Avital Sharansky, one of the stars of the Soviet Jewry movement who faded by her own choice after advocating tirelessly for the release of her husband, Natan, from Soviet prison, will step back into public view, for one night, next week.
Assistant Managing Editor
Tuesday seemed like any other day for Sheldon Silver as he went about his business in Albany, announcing the Assembly’s passage of the DREAM Act, to increase access to college financial aid for immigrant students.
Those are the questions critics are asking following the disclosure that the Claims Conference received an anonymous letter in 2001 identifying several fraudulent Holocaust-era restitution claims — nearly a decade before the organization halted a massive fraud scheme.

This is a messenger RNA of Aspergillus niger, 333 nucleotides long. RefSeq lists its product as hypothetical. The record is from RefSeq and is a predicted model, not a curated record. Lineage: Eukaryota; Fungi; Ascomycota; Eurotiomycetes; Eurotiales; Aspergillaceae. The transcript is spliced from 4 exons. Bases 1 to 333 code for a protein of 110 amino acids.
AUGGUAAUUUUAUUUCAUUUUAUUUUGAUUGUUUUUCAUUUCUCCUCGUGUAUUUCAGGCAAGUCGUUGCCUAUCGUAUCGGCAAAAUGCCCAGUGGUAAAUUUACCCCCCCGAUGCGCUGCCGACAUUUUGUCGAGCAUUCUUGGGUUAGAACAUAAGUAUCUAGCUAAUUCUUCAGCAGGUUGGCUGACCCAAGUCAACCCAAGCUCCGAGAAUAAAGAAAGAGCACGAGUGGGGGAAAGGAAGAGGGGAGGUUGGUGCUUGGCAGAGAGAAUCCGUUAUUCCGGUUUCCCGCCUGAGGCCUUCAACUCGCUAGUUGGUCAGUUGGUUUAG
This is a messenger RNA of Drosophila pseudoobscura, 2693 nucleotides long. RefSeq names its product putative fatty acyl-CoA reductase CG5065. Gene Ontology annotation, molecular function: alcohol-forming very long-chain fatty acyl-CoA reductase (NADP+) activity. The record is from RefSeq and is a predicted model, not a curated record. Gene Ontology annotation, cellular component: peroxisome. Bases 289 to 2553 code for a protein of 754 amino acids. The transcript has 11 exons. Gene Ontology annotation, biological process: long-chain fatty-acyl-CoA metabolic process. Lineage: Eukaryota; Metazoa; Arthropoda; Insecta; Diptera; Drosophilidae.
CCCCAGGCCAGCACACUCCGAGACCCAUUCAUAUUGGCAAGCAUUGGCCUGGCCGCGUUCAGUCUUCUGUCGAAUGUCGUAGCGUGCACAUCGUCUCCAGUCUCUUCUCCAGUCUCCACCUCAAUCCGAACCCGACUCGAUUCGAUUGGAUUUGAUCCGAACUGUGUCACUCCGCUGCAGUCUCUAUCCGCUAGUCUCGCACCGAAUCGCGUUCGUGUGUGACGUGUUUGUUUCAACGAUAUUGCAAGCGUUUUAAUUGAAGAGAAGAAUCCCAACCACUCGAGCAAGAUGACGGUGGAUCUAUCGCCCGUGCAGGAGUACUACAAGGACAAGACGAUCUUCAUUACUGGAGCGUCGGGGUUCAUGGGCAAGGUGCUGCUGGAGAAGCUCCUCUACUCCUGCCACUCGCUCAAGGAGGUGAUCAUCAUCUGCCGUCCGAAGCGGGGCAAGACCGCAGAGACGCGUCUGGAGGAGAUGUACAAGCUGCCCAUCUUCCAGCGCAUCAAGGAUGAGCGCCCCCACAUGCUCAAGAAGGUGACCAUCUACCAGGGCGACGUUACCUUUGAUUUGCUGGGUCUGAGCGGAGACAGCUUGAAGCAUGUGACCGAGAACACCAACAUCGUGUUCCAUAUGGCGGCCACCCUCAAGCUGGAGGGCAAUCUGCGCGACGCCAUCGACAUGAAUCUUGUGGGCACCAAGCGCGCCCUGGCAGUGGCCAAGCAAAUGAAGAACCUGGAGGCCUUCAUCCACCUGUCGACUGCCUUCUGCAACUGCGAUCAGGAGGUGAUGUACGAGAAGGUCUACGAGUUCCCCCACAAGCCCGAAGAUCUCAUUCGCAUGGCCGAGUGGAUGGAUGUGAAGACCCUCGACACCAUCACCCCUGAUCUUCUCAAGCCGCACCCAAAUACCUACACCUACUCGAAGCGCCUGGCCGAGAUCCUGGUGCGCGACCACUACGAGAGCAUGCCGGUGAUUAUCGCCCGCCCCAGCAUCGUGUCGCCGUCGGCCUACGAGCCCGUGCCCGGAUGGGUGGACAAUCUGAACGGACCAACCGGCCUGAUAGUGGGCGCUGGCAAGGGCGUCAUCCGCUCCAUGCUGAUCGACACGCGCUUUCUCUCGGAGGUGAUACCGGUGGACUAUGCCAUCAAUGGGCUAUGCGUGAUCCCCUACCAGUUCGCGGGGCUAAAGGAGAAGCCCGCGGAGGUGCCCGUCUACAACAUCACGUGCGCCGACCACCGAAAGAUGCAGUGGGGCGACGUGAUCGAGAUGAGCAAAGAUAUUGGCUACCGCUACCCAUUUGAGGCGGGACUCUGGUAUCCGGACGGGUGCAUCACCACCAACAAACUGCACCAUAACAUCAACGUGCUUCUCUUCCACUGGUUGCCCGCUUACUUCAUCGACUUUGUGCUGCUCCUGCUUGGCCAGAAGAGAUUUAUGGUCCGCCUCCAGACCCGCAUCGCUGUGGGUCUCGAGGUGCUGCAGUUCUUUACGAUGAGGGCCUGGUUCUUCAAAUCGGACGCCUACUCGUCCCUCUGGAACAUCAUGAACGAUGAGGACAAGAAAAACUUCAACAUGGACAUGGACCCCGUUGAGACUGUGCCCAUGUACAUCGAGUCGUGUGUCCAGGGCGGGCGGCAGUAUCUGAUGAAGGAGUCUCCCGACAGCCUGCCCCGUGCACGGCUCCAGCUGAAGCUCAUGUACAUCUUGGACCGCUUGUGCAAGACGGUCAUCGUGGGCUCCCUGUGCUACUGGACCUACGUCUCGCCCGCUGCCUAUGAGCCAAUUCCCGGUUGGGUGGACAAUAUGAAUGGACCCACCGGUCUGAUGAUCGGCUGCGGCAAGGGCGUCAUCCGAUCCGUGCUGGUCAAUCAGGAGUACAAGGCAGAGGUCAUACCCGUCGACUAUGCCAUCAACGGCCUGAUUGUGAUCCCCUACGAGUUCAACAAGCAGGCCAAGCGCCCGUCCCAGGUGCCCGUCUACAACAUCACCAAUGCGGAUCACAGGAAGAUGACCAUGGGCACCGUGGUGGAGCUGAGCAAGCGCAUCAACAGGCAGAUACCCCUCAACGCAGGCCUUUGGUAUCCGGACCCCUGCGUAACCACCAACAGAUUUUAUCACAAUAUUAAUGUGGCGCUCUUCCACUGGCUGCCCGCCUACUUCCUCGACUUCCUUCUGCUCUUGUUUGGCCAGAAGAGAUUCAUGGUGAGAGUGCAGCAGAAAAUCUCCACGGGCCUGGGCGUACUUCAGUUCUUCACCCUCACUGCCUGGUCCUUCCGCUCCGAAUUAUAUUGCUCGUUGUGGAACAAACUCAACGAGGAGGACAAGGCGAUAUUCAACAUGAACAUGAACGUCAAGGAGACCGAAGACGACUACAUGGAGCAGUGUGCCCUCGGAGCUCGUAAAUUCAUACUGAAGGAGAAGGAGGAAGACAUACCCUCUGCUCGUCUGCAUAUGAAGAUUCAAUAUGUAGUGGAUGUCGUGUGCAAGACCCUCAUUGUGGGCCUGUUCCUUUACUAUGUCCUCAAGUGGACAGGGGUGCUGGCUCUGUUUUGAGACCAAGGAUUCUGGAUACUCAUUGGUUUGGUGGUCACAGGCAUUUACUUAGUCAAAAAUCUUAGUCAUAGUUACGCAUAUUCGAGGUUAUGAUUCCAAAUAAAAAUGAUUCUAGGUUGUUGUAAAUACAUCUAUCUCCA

Karen Hochberg, who founded a Memorial Day weekend march for Israel in her Jamaica Estates neighborhood a dozen years ago, now coordinates larger-scale marches around the world for the nonprofit group Afikim to honor Israel’s anniversary.
Questions were being raised this week about the actions of the Claims Conference in its handling of a 2001 “smoking gun” letter that spelled out details of the fraud that ended up costing the Claims Conference $57.3 million.
A former senior employee of the Conference on Jewish Material Claims Against Germany and two codefendants were convicted last Wednesday in Manhattan federal court of helping defraud the organization out of $57.3 million intended for Jewish victims of the Holocaust.